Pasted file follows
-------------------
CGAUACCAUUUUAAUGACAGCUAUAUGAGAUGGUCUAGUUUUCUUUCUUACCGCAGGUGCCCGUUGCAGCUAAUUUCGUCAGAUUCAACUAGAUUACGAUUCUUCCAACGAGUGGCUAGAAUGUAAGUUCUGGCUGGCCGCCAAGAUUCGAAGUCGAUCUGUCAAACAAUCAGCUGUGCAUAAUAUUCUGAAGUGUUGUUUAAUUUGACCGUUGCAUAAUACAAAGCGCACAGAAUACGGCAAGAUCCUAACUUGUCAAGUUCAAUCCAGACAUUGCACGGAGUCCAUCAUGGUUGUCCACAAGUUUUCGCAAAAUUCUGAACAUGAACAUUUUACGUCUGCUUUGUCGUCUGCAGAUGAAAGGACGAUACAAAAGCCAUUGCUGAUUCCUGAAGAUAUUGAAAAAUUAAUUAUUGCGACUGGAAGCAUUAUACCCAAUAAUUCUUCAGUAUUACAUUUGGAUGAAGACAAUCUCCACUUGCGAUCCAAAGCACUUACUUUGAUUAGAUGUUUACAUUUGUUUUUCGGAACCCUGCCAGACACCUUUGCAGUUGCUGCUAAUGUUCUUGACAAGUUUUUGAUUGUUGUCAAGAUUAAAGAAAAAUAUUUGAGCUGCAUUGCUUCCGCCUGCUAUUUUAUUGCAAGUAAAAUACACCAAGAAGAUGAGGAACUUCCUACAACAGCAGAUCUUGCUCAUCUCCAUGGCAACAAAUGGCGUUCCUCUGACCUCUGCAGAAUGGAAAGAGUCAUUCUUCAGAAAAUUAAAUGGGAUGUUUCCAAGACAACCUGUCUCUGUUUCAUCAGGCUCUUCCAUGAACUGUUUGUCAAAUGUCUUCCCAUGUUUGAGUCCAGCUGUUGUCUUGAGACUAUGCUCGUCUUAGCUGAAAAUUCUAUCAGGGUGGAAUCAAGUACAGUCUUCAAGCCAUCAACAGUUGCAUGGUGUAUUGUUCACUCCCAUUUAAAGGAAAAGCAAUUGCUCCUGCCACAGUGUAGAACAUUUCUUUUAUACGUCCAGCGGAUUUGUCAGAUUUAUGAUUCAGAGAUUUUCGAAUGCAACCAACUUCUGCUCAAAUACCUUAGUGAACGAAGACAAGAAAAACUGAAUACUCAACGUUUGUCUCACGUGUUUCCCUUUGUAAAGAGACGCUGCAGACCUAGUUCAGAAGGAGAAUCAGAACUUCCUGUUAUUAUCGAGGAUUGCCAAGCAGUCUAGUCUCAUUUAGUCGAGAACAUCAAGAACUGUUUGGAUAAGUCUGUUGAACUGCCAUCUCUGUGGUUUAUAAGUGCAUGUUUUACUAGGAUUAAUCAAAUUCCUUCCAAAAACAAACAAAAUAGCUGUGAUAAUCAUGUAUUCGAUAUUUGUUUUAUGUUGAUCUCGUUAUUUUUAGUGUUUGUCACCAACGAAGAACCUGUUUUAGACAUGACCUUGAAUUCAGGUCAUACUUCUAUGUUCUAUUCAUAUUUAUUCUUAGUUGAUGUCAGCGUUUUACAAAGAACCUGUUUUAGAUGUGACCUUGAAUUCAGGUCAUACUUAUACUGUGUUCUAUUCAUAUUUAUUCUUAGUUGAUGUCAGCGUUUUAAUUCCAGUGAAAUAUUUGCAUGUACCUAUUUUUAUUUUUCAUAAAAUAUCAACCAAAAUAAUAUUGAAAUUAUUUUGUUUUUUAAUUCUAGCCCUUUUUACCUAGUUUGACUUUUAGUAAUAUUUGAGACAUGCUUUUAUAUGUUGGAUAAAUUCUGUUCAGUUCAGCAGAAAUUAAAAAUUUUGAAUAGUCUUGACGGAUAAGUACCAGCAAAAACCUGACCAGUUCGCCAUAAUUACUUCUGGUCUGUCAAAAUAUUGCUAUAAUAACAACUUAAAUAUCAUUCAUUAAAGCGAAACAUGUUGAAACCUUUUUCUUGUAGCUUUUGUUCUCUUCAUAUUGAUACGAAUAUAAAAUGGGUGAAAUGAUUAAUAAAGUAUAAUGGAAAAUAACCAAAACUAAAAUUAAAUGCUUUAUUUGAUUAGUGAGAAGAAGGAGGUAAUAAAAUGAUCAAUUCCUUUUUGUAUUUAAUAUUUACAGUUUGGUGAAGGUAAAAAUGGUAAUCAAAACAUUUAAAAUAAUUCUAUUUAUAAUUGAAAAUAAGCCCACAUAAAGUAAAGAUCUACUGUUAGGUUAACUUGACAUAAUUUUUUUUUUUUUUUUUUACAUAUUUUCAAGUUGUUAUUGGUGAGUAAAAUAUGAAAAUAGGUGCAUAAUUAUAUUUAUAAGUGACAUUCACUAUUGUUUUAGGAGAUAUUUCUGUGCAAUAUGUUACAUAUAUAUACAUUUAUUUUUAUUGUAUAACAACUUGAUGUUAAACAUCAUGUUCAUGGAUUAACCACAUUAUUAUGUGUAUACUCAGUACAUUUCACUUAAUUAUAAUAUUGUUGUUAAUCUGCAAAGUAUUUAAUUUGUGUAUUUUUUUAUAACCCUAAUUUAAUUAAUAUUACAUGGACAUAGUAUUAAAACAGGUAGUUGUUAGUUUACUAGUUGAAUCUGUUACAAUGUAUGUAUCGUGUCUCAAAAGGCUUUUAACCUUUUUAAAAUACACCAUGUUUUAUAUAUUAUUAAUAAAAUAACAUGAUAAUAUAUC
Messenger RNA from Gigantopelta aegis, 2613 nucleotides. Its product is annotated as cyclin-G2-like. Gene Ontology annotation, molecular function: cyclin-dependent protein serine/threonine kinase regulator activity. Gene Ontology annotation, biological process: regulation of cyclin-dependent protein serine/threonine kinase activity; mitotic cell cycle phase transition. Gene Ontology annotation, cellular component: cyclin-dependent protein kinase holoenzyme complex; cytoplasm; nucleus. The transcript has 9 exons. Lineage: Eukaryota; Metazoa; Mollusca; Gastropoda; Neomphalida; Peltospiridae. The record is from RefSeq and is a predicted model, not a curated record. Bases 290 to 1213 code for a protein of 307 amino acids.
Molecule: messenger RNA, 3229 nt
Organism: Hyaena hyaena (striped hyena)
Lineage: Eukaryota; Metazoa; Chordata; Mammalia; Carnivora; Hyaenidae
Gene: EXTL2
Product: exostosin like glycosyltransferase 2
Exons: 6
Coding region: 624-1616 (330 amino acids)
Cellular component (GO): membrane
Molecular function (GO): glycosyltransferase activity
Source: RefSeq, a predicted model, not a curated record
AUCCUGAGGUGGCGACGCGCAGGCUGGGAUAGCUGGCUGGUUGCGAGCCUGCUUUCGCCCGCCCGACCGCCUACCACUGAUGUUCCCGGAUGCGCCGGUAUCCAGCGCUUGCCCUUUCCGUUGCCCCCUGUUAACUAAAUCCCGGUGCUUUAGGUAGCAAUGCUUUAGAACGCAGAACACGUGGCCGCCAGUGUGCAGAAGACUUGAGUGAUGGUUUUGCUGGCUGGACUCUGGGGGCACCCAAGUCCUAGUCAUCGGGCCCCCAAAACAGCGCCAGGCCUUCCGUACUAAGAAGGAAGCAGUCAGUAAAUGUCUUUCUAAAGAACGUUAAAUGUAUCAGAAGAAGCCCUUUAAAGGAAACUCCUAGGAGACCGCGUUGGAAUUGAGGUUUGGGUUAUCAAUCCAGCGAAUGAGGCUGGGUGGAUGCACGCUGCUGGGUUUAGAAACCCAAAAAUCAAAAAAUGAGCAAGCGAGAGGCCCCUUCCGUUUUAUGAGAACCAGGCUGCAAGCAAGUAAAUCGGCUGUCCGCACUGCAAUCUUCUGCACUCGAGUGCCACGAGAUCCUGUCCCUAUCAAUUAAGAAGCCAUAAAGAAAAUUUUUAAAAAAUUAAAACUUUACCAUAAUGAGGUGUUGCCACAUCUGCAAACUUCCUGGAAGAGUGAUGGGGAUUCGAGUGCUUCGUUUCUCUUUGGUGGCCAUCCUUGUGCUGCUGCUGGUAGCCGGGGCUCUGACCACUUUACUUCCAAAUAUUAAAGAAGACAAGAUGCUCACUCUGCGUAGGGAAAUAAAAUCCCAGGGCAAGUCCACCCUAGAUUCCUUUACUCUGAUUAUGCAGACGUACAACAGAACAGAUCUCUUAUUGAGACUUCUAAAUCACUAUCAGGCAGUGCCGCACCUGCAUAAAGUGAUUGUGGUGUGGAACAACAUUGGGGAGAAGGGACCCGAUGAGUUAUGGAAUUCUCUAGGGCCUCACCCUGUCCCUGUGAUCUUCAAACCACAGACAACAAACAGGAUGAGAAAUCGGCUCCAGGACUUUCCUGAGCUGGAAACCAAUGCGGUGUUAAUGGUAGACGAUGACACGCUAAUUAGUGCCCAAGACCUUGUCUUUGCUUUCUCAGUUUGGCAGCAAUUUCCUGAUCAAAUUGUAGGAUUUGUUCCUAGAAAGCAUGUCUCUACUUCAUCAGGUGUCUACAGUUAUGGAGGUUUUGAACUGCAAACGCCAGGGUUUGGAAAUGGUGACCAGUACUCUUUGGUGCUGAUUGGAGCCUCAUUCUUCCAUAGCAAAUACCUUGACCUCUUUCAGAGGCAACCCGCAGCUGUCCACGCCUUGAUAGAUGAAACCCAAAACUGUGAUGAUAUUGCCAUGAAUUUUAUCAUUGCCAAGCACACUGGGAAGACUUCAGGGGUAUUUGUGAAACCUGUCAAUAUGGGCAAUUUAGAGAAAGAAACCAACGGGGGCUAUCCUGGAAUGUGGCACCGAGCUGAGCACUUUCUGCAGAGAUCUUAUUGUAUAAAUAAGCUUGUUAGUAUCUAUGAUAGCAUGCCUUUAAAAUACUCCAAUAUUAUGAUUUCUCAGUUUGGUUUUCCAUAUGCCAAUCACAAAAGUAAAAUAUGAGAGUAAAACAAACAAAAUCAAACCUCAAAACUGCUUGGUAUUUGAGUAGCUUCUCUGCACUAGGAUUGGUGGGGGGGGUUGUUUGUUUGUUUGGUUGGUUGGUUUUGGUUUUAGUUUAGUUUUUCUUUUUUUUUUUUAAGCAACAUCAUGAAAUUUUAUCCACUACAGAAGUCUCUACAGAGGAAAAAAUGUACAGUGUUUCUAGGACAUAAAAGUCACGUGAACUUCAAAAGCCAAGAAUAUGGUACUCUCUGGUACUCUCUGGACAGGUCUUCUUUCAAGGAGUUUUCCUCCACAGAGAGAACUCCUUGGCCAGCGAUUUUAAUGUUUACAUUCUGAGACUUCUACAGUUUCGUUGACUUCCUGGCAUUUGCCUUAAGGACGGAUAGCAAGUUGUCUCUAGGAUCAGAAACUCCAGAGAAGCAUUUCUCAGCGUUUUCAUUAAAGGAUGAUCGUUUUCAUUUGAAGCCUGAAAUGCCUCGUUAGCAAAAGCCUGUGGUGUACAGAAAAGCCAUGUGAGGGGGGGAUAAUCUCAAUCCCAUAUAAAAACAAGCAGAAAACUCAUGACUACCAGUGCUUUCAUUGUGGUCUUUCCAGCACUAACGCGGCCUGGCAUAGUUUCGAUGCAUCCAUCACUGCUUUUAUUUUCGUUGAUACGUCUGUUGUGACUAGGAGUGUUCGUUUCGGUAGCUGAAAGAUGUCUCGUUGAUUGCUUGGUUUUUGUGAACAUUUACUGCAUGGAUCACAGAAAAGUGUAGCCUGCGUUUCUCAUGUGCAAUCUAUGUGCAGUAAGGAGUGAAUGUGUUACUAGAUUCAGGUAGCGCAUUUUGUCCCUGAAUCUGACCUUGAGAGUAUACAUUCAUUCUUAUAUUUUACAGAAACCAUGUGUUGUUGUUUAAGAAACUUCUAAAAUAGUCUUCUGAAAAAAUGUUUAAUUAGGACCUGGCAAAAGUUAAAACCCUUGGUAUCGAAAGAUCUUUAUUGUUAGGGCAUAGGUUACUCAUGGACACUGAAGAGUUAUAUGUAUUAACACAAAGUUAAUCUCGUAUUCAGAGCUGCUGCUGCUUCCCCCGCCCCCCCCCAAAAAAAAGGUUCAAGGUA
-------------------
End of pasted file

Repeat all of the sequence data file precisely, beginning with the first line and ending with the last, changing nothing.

CGAUACCAUUUUAAUGACAGCUAUAUGAGAUGGUCUAGUUUUCUUUCUUACCGCAGGUGCCCGUUGCAGCUAAUUUCGUCAGAUUCAACUAGAUUACGAUUCUUCCAACGAGUGGCUAGAAUGUAAGUUCUGGCUGGCCGCCAAGAUUCGAAGUCGAUCUGUCAAACAAUCAGCUGUGCAUAAUAUUCUGAAGUGUUGUUUAAUUUGACCGUUGCAUAAUACAAAGCGCACAGAAUACGGCAAGAUCCUAACUUGUCAAGUUCAAUCCAGACAUUGCACGGAGUCCAUCAUGGUUGUCCACAAGUUUUCGCAAAAUUCUGAACAUGAACAUUUUACGUCUGCUUUGUCGUCUGCAGAUGAAAGGACGAUACAAAAGCCAUUGCUGAUUCCUGAAGAUAUUGAAAAAUUAAUUAUUGCGACUGGAAGCAUUAUACCCAAUAAUUCUUCAGUAUUACAUUUGGAUGAAGACAAUCUCCACUUGCGAUCCAAAGCACUUACUUUGAUUAGAUGUUUACAUUUGUUUUUCGGAACCCUGCCAGACACCUUUGCAGUUGCUGCUAAUGUUCUUGACAAGUUUUUGAUUGUUGUCAAGAUUAAAGAAAAAUAUUUGAGCUGCAUUGCUUCCGCCUGCUAUUUUAUUGCAAGUAAAAUACACCAAGAAGAUGAGGAACUUCCUACAACAGCAGAUCUUGCUCAUCUCCAUGGCAACAAAUGGCGUUCCUCUGACCUCUGCAGAAUGGAAAGAGUCAUUCUUCAGAAAAUUAAAUGGGAUGUUUCCAAGACAACCUGUCUCUGUUUCAUCAGGCUCUUCCAUGAACUGUUUGUCAAAUGUCUUCCCAUGUUUGAGUCCAGCUGUUGUCUUGAGACUAUGCUCGUCUUAGCUGAAAAUUCUAUCAGGGUGGAAUCAAGUACAGUCUUCAAGCCAUCAACAGUUGCAUGGUGUAUUGUUCACUCCCAUUUAAAGGAAAAGCAAUUGCUCCUGCCACAGUGUAGAACAUUUCUUUUAUACGUCCAGCGGAUUUGUCAGAUUUAUGAUUCAGAGAUUUUCGAAUGCAACCAACUUCUGCUCAAAUACCUUAGUGAACGAAGACAAGAAAAACUGAAUACUCAACGUUUGUCUCACGUGUUUCCCUUUGUAAAGAGACGCUGCAGACCUAGUUCAGAAGGAGAAUCAGAACUUCCUGUUAUUAUCGAGGAUUGCCAAGCAGUCUAGUCUCAUUUAGUCGAGAACAUCAAGAACUGUUUGGAUAAGUCUGUUGAACUGCCAUCUCUGUGGUUUAUAAGUGCAUGUUUUACUAGGAUUAAUCAAAUUCCUUCCAAAAACAAACAAAAUAGCUGUGAUAAUCAUGUAUUCGAUAUUUGUUUUAUGUUGAUCUCGUUAUUUUUAGUGUUUGUCACCAACGAAGAACCUGUUUUAGACAUGACCUUGAAUUCAGGUCAUACUUCUAUGUUCUAUUCAUAUUUAUUCUUAGUUGAUGUCAGCGUUUUACAAAGAACCUGUUUUAGAUGUGACCUUGAAUUCAGGUCAUACUUAUACUGUGUUCUAUUCAUAUUUAUUCUUAGUUGAUGUCAGCGUUUUAAUUCCAGUGAAAUAUUUGCAUGUACCUAUUUUUAUUUUUCAUAAAAUAUCAACCAAAAUAAUAUUGAAAUUAUUUUGUUUUUUAAUUCUAGCCCUUUUUACCUAGUUUGACUUUUAGUAAUAUUUGAGACAUGCUUUUAUAUGUUGGAUAAAUUCUGUUCAGUUCAGCAGAAAUUAAAAAUUUUGAAUAGUCUUGACGGAUAAGUACCAGCAAAAACCUGACCAGUUCGCCAUAAUUACUUCUGGUCUGUCAAAAUAUUGCUAUAAUAACAACUUAAAUAUCAUUCAUUAAAGCGAAACAUGUUGAAACCUUUUUCUUGUAGCUUUUGUUCUCUUCAUAUUGAUACGAAUAUAAAAUGGGUGAAAUGAUUAAUAAAGUAUAAUGGAAAAUAACCAAAACUAAAAUUAAAUGCUUUAUUUGAUUAGUGAGAAGAAGGAGGUAAUAAAAUGAUCAAUUCCUUUUUGUAUUUAAUAUUUACAGUUUGGUGAAGGUAAAAAUGGUAAUCAAAACAUUUAAAAUAAUUCUAUUUAUAAUUGAAAAUAAGCCCACAUAAAGUAAAGAUCUACUGUUAGGUUAACUUGACAUAAUUUUUUUUUUUUUUUUUUACAUAUUUUCAAGUUGUUAUUGGUGAGUAAAAUAUGAAAAUAGGUGCAUAAUUAUAUUUAUAAGUGACAUUCACUAUUGUUUUAGGAGAUAUUUCUGUGCAAUAUGUUACAUAUAUAUACAUUUAUUUUUAUUGUAUAACAACUUGAUGUUAAACAUCAUGUUCAUGGAUUAACCACAUUAUUAUGUGUAUACUCAGUACAUUUCACUUAAUUAUAAUAUUGUUGUUAAUCUGCAAAGUAUUUAAUUUGUGUAUUUUUUUAUAACCCUAAUUUAAUUAAUAUUACAUGGACAUAGUAUUAAAACAGGUAGUUGUUAGUUUACUAGUUGAAUCUGUUACAAUGUAUGUAUCGUGUCUCAAAAGGCUUUUAACCUUUUUAAAAUACACCAUGUUUUAUAUAUUAUUAAUAAAAUAACAUGAUAAUAUAUC
Messenger RNA from Gigantopelta aegis, 2613 nucleotides. Its product is annotated as cyclin-G2-like. Gene Ontology annotation, molecular function: cyclin-dependent protein serine/threonine kinase regulator activity. Gene Ontology annotation, biological process: regulation of cyclin-dependent protein serine/threonine kinase activity; mitotic cell cycle phase transition. Gene Ontology annotation, cellular component: cyclin-dependent protein kinase holoenzyme complex; cytoplasm; nucleus. The transcript has 9 exons. Lineage: Eukaryota; Metazoa; Mollusca; Gastropoda; Neomphalida; Peltospiridae. The record is from RefSeq and is a predicted model, not a curated record. Bases 290 to 1213 code for a protein of 307 amino acids.
Molecule: messenger RNA, 3229 nt
Organism: Hyaena hyaena (striped hyena)
Lineage: Eukaryota; Metazoa; Chordata; Mammalia; Carnivora; Hyaenidae
Gene: EXTL2
Product: exostosin like glycosyltransferase 2
Exons: 6
Coding region: 624-1616 (330 amino acids)
Cellular component (GO): membrane
Molecular function (GO): glycosyltransferase activity
Source: RefSeq, a predicted model, not a curated record
AUCCUGAGGUGGCGACGCGCAGGCUGGGAUAGCUGGCUGGUUGCGAGCCUGCUUUCGCCCGCCCGACCGCCUACCACUGAUGUUCCCGGAUGCGCCGGUAUCCAGCGCUUGCCCUUUCCGUUGCCCCCUGUUAACUAAAUCCCGGUGCUUUAGGUAGCAAUGCUUUAGAACGCAGAACACGUGGCCGCCAGUGUGCAGAAGACUUGAGUGAUGGUUUUGCUGGCUGGACUCUGGGGGCACCCAAGUCCUAGUCAUCGGGCCCCCAAAACAGCGCCAGGCCUUCCGUACUAAGAAGGAAGCAGUCAGUAAAUGUCUUUCUAAAGAACGUUAAAUGUAUCAGAAGAAGCCCUUUAAAGGAAACUCCUAGGAGACCGCGUUGGAAUUGAGGUUUGGGUUAUCAAUCCAGCGAAUGAGGCUGGGUGGAUGCACGCUGCUGGGUUUAGAAACCCAAAAAUCAAAAAAUGAGCAAGCGAGAGGCCCCUUCCGUUUUAUGAGAACCAGGCUGCAAGCAAGUAAAUCGGCUGUCCGCACUGCAAUCUUCUGCACUCGAGUGCCACGAGAUCCUGUCCCUAUCAAUUAAGAAGCCAUAAAGAAAAUUUUUAAAAAAUUAAAACUUUACCAUAAUGAGGUGUUGCCACAUCUGCAAACUUCCUGGAAGAGUGAUGGGGAUUCGAGUGCUUCGUUUCUCUUUGGUGGCCAUCCUUGUGCUGCUGCUGGUAGCCGGGGCUCUGACCACUUUACUUCCAAAUAUUAAAGAAGACAAGAUGCUCACUCUGCGUAGGGAAAUAAAAUCCCAGGGCAAGUCCACCCUAGAUUCCUUUACUCUGAUUAUGCAGACGUACAACAGAACAGAUCUCUUAUUGAGACUUCUAAAUCACUAUCAGGCAGUGCCGCACCUGCAUAAAGUGAUUGUGGUGUGGAACAACAUUGGGGAGAAGGGACCCGAUGAGUUAUGGAAUUCUCUAGGGCCUCACCCUGUCCCUGUGAUCUUCAAACCACAGACAACAAACAGGAUGAGAAAUCGGCUCCAGGACUUUCCUGAGCUGGAAACCAAUGCGGUGUUAAUGGUAGACGAUGACACGCUAAUUAGUGCCCAAGACCUUGUCUUUGCUUUCUCAGUUUGGCAGCAAUUUCCUGAUCAAAUUGUAGGAUUUGUUCCUAGAAAGCAUGUCUCUACUUCAUCAGGUGUCUACAGUUAUGGAGGUUUUGAACUGCAAACGCCAGGGUUUGGAAAUGGUGACCAGUACUCUUUGGUGCUGAUUGGAGCCUCAUUCUUCCAUAGCAAAUACCUUGACCUCUUUCAGAGGCAACCCGCAGCUGUCCACGCCUUGAUAGAUGAAACCCAAAACUGUGAUGAUAUUGCCAUGAAUUUUAUCAUUGCCAAGCACACUGGGAAGACUUCAGGGGUAUUUGUGAAACCUGUCAAUAUGGGCAAUUUAGAGAAAGAAACCAACGGGGGCUAUCCUGGAAUGUGGCACCGAGCUGAGCACUUUCUGCAGAGAUCUUAUUGUAUAAAUAAGCUUGUUAGUAUCUAUGAUAGCAUGCCUUUAAAAUACUCCAAUAUUAUGAUUUCUCAGUUUGGUUUUCCAUAUGCCAAUCACAAAAGUAAAAUAUGAGAGUAAAACAAACAAAAUCAAACCUCAAAACUGCUUGGUAUUUGAGUAGCUUCUCUGCACUAGGAUUGGUGGGGGGGGUUGUUUGUUUGUUUGGUUGGUUGGUUUUGGUUUUAGUUUAGUUUUUCUUUUUUUUUUUUAAGCAACAUCAUGAAAUUUUAUCCACUACAGAAGUCUCUACAGAGGAAAAAAUGUACAGUGUUUCUAGGACAUAAAAGUCACGUGAACUUCAAAAGCCAAGAAUAUGGUACUCUCUGGUACUCUCUGGACAGGUCUUCUUUCAAGGAGUUUUCCUCCACAGAGAGAACUCCUUGGCCAGCGAUUUUAAUGUUUACAUUCUGAGACUUCUACAGUUUCGUUGACUUCCUGGCAUUUGCCUUAAGGACGGAUAGCAAGUUGUCUCUAGGAUCAGAAACUCCAGAGAAGCAUUUCUCAGCGUUUUCAUUAAAGGAUGAUCGUUUUCAUUUGAAGCCUGAAAUGCCUCGUUAGCAAAAGCCUGUGGUGUACAGAAAAGCCAUGUGAGGGGGGGAUAAUCUCAAUCCCAUAUAAAAACAAGCAGAAAACUCAUGACUACCAGUGCUUUCAUUGUGGUCUUUCCAGCACUAACGCGGCCUGGCAUAGUUUCGAUGCAUCCAUCACUGCUUUUAUUUUCGUUGAUACGUCUGUUGUGACUAGGAGUGUUCGUUUCGGUAGCUGAAAGAUGUCUCGUUGAUUGCUUGGUUUUUGUGAACAUUUACUGCAUGGAUCACAGAAAAGUGUAGCCUGCGUUUCUCAUGUGCAAUCUAUGUGCAGUAAGGAGUGAAUGUGUUACUAGAUUCAGGUAGCGCAUUUUGUCCCUGAAUCUGACCUUGAGAGUAUACAUUCAUUCUUAUAUUUUACAGAAACCAUGUGUUGUUGUUUAAGAAACUUCUAAAAUAGUCUUCUGAAAAAAUGUUUAAUUAGGACCUGGCAAAAGUUAAAACCCUUGGUAUCGAAAGAUCUUUAUUGUUAGGGCAUAGGUUACUCAUGGACACUGAAGAGUUAUAUGUAUUAACACAAAGUUAAUCUCGUAUUCAGAGCUGCUGCUGCUUCCCCCGCCCCCCCCCAAAAAAAAGGUUCAAGGUA